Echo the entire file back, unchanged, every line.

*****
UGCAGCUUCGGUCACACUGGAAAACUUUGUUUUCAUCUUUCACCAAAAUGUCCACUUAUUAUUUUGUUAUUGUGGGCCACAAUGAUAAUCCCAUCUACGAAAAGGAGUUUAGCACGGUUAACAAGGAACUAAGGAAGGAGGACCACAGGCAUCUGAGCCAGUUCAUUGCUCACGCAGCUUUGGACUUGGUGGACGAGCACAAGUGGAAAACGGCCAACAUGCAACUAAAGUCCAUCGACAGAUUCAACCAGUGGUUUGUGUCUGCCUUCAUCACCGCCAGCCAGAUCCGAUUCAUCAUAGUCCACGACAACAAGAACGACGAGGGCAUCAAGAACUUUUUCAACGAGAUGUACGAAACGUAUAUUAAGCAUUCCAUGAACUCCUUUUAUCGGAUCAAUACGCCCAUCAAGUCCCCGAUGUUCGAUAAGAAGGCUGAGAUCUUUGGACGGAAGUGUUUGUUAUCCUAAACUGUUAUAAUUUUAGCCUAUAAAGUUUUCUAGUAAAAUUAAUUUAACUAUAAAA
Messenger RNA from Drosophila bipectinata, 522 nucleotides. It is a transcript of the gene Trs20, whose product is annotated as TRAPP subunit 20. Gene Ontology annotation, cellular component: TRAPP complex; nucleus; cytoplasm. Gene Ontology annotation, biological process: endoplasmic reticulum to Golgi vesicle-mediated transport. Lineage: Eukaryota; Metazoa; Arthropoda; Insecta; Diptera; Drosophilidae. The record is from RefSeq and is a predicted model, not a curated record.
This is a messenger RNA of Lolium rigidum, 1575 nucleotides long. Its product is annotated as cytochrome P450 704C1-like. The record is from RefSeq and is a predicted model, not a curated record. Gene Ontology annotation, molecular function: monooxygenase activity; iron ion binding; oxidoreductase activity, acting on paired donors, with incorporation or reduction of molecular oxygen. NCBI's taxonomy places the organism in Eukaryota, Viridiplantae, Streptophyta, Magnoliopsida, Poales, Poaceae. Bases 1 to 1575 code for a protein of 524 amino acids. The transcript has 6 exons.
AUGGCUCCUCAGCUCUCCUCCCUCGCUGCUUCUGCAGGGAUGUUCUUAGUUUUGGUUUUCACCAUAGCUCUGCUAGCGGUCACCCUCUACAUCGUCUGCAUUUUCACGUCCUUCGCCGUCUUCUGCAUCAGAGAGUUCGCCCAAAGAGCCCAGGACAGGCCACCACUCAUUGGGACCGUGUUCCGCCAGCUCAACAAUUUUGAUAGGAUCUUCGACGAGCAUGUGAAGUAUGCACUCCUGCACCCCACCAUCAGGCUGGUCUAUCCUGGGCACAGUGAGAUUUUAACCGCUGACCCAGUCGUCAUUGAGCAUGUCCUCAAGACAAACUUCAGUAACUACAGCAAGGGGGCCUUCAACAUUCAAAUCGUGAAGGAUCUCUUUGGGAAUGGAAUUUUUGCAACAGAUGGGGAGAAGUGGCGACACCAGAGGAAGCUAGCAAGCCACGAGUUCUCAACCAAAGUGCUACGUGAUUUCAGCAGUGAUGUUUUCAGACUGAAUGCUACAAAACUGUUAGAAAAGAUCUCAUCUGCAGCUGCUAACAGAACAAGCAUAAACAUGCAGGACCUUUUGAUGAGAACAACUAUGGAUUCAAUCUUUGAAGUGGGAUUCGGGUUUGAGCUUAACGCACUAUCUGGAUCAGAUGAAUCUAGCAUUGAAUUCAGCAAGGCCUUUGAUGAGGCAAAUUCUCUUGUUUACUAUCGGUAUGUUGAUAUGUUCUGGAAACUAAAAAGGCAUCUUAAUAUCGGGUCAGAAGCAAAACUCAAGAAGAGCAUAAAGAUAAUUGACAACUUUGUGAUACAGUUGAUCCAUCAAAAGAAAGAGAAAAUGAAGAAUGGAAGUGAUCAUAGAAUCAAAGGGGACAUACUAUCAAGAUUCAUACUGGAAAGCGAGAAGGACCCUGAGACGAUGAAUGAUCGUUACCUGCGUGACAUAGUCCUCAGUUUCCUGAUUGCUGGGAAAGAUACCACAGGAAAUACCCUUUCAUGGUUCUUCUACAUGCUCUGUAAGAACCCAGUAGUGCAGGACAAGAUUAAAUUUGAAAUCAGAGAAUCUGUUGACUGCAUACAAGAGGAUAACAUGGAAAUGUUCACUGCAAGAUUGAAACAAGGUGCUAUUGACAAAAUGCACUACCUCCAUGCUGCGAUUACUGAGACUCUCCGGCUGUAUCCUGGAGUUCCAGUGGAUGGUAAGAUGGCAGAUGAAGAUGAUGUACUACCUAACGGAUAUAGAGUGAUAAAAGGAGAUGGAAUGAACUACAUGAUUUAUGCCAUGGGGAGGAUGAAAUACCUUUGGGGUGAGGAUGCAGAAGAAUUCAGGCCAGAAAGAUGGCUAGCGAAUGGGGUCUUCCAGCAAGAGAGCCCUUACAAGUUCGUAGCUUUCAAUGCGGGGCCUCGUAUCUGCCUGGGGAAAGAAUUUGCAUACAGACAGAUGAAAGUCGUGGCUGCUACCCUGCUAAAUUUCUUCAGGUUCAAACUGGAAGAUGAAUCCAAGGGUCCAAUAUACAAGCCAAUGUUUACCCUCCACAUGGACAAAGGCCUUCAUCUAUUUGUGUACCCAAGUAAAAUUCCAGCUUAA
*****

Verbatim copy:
UGCAGCUUCGGUCACACUGGAAAACUUUGUUUUCAUCUUUCACCAAAAUGUCCACUUAUUAUUUUGUUAUUGUGGGCCACAAUGAUAAUCCCAUCUACGAAAAGGAGUUUAGCACGGUUAACAAGGAACUAAGGAAGGAGGACCACAGGCAUCUGAGCCAGUUCAUUGCUCACGCAGCUUUGGACUUGGUGGACGAGCACAAGUGGAAAACGGCCAACAUGCAACUAAAGUCCAUCGACAGAUUCAACCAGUGGUUUGUGUCUGCCUUCAUCACCGCCAGCCAGAUCCGAUUCAUCAUAGUCCACGACAACAAGAACGACGAGGGCAUCAAGAACUUUUUCAACGAGAUGUACGAAACGUAUAUUAAGCAUUCCAUGAACUCCUUUUAUCGGAUCAAUACGCCCAUCAAGUCCCCGAUGUUCGAUAAGAAGGCUGAGAUCUUUGGACGGAAGUGUUUGUUAUCCUAAACUGUUAUAAUUUUAGCCUAUAAAGUUUUCUAGUAAAAUUAAUUUAACUAUAAAA
Messenger RNA from Drosophila bipectinata, 522 nucleotides. It is a transcript of the gene Trs20, whose product is annotated as TRAPP subunit 20. Gene Ontology annotation, cellular component: TRAPP complex; nucleus; cytoplasm. Gene Ontology annotation, biological process: endoplasmic reticulum to Golgi vesicle-mediated transport. Lineage: Eukaryota; Metazoa; Arthropoda; Insecta; Diptera; Drosophilidae. The record is from RefSeq and is a predicted model, not a curated record.
This is a messenger RNA of Lolium rigidum, 1575 nucleotides long. Its product is annotated as cytochrome P450 704C1-like. The record is from RefSeq and is a predicted model, not a curated record. Gene Ontology annotation, molecular function: monooxygenase activity; iron ion binding; oxidoreductase activity, acting on paired donors, with incorporation or reduction of molecular oxygen. NCBI's taxonomy places the organism in Eukaryota, Viridiplantae, Streptophyta, Magnoliopsida, Poales, Poaceae. Bases 1 to 1575 code for a protein of 524 amino acids. The transcript has 6 exons.
AUGGCUCCUCAGCUCUCCUCCCUCGCUGCUUCUGCAGGGAUGUUCUUAGUUUUGGUUUUCACCAUAGCUCUGCUAGCGGUCACCCUCUACAUCGUCUGCAUUUUCACGUCCUUCGCCGUCUUCUGCAUCAGAGAGUUCGCCCAAAGAGCCCAGGACAGGCCACCACUCAUUGGGACCGUGUUCCGCCAGCUCAACAAUUUUGAUAGGAUCUUCGACGAGCAUGUGAAGUAUGCACUCCUGCACCCCACCAUCAGGCUGGUCUAUCCUGGGCACAGUGAGAUUUUAACCGCUGACCCAGUCGUCAUUGAGCAUGUCCUCAAGACAAACUUCAGUAACUACAGCAAGGGGGCCUUCAACAUUCAAAUCGUGAAGGAUCUCUUUGGGAAUGGAAUUUUUGCAACAGAUGGGGAGAAGUGGCGACACCAGAGGAAGCUAGCAAGCCACGAGUUCUCAACCAAAGUGCUACGUGAUUUCAGCAGUGAUGUUUUCAGACUGAAUGCUACAAAACUGUUAGAAAAGAUCUCAUCUGCAGCUGCUAACAGAACAAGCAUAAACAUGCAGGACCUUUUGAUGAGAACAACUAUGGAUUCAAUCUUUGAAGUGGGAUUCGGGUUUGAGCUUAACGCACUAUCUGGAUCAGAUGAAUCUAGCAUUGAAUUCAGCAAGGCCUUUGAUGAGGCAAAUUCUCUUGUUUACUAUCGGUAUGUUGAUAUGUUCUGGAAACUAAAAAGGCAUCUUAAUAUCGGGUCAGAAGCAAAACUCAAGAAGAGCAUAAAGAUAAUUGACAACUUUGUGAUACAGUUGAUCCAUCAAAAGAAAGAGAAAAUGAAGAAUGGAAGUGAUCAUAGAAUCAAAGGGGACAUACUAUCAAGAUUCAUACUGGAAAGCGAGAAGGACCCUGAGACGAUGAAUGAUCGUUACCUGCGUGACAUAGUCCUCAGUUUCCUGAUUGCUGGGAAAGAUACCACAGGAAAUACCCUUUCAUGGUUCUUCUACAUGCUCUGUAAGAACCCAGUAGUGCAGGACAAGAUUAAAUUUGAAAUCAGAGAAUCUGUUGACUGCAUACAAGAGGAUAACAUGGAAAUGUUCACUGCAAGAUUGAAACAAGGUGCUAUUGACAAAAUGCACUACCUCCAUGCUGCGAUUACUGAGACUCUCCGGCUGUAUCCUGGAGUUCCAGUGGAUGGUAAGAUGGCAGAUGAAGAUGAUGUACUACCUAACGGAUAUAGAGUGAUAAAAGGAGAUGGAAUGAACUACAUGAUUUAUGCCAUGGGGAGGAUGAAAUACCUUUGGGGUGAGGAUGCAGAAGAAUUCAGGCCAGAAAGAUGGCUAGCGAAUGGGGUCUUCCAGCAAGAGAGCCCUUACAAGUUCGUAGCUUUCAAUGCGGGGCCUCGUAUCUGCCUGGGGAAAGAAUUUGCAUACAGACAGAUGAAAGUCGUGGCUGCUACCCUGCUAAAUUUCUUCAGGUUCAAACUGGAAGAUGAAUCCAAGGGUCCAAUAUACAAGCCAAUGUUUACCCUCCACAUGGACAAAGGCCUUCAUCUAUUUGUGUACCCAAGUAAAAUUCCAGCUUAA